A new study from Norway’s Stavanger University discovered that recall skills were significantly worse when reading from a Kindle than they were using a paperback version of the same book.
The study took 50 readers and gave them each the same story to read, half on a Kindle and half via paperback. Readers were then testing on the story’s characters, setting and other objects.
Researchers discovered that participants who had read the story on the Kindle did significantly worse in recalling event order when asked to place 14 events from the story in chronological order.
The study suggests that the digital feel to the Kindle does not offer readers the same mental reconstruction as physical paper.
“When you read on paper you can sense with your fingers a pile of pages on the left growing, and shrinking on the right,” said Anne Mangen, a lead researcher for the study. “You have the tactile sense of progress, in addition to the visual … [The differences for Kindle readers] might have something to do with the fact that the fixity of a text on paper, and this very gradual unfolding of paper as you progress through a story, is some kind of sensory offload, supporting the visual sense of progress when you’re reading. Perhaps this somehow aids the reader, providing more fixity and solidity to the reader’s sense of unfolding and progress of the text, and hence the story.”
Of the participants, only two were experienced with the Kindle. Mangen hopes to recreate the study using more proficient Kindle users. However, she does not believe the results will be any different.
“I don’t think we should assume it is all to do with habits, and base decisions to replace print textbooks with iPads, for instance, on such assumptions. Studies with students, for instance, have shown that they often prefer to read on paper,” she said.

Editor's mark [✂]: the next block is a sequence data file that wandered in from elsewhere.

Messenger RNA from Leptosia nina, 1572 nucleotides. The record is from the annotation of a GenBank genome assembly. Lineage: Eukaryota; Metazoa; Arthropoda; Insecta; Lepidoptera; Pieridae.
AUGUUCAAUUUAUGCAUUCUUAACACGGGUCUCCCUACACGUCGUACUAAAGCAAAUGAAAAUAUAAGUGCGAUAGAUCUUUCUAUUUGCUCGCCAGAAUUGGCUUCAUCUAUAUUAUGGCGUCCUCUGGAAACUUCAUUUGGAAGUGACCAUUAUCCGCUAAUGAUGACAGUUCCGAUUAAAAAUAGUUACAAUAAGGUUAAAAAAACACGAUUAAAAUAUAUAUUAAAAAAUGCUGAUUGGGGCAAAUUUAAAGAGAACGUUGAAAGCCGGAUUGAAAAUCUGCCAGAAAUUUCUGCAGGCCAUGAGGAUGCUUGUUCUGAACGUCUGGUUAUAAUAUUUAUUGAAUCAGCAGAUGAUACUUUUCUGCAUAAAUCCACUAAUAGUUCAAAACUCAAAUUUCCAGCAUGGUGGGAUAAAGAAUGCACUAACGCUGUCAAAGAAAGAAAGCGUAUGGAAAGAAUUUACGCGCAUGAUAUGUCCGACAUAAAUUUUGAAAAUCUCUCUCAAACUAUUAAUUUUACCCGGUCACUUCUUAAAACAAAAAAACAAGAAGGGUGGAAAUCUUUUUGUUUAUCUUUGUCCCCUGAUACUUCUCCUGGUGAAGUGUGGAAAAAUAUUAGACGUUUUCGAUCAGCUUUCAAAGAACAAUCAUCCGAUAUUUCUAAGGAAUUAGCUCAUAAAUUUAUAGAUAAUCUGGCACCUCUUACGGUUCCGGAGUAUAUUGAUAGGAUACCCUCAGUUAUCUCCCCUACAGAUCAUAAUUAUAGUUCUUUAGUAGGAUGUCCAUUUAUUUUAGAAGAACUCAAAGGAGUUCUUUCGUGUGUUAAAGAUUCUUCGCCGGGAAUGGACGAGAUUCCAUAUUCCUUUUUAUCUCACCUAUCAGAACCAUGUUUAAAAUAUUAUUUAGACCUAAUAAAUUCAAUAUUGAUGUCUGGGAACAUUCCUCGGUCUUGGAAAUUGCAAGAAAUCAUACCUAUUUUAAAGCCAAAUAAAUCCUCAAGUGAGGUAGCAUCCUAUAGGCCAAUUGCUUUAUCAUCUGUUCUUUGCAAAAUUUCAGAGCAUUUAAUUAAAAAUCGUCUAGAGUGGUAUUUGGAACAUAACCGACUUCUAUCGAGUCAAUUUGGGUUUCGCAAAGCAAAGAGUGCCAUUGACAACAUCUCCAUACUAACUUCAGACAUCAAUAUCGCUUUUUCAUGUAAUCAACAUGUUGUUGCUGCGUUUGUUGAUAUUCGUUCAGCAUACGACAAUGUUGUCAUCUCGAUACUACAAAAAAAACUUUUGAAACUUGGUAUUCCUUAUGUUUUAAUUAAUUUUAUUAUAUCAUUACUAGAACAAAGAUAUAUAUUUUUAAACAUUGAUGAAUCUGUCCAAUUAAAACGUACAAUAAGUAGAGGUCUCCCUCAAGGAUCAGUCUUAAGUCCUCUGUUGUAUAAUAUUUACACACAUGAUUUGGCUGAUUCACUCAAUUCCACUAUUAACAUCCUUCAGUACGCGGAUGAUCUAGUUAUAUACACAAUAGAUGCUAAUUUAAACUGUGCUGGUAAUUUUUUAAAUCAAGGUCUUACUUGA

Last year, Mangen published a paper in which she and other researchers discovered that of the 72 10th-graders who were given texts both on-screen and in print and then asked to take a comprehension exam, “students who read texts in print scored significantly better on the reading comprehension test than students who read the texts digitally”.
And neuroscience agrees. Research has discovered that when a person reads a text online, they trigger a different part of their brain that focuses on “non-linear” reading, causing the reader to be more likely to skim through the pages than they would be reading the same text in print form.
“They call it a ‘bi-literate’ brain,” Manoush Zomorodi, managing editor and host of WNYC’s New Tech City, says. “The problem is that many of us have adapted to reading online just too well. And if you don’t use the deep reading part of your brain, you lose the deep reading part of your brain.”
Researchers suggest taking time away from the screen each day and making sure to set aside at least 30 minutes for “slow reading” in print form.
Regular slow reading has been found to decrease stress by 68%, increase empathy, and increase sleep. While a screen makes it difficult for the brain to comprehend that it is time for sleep, reading causes the brain to enter a new zone.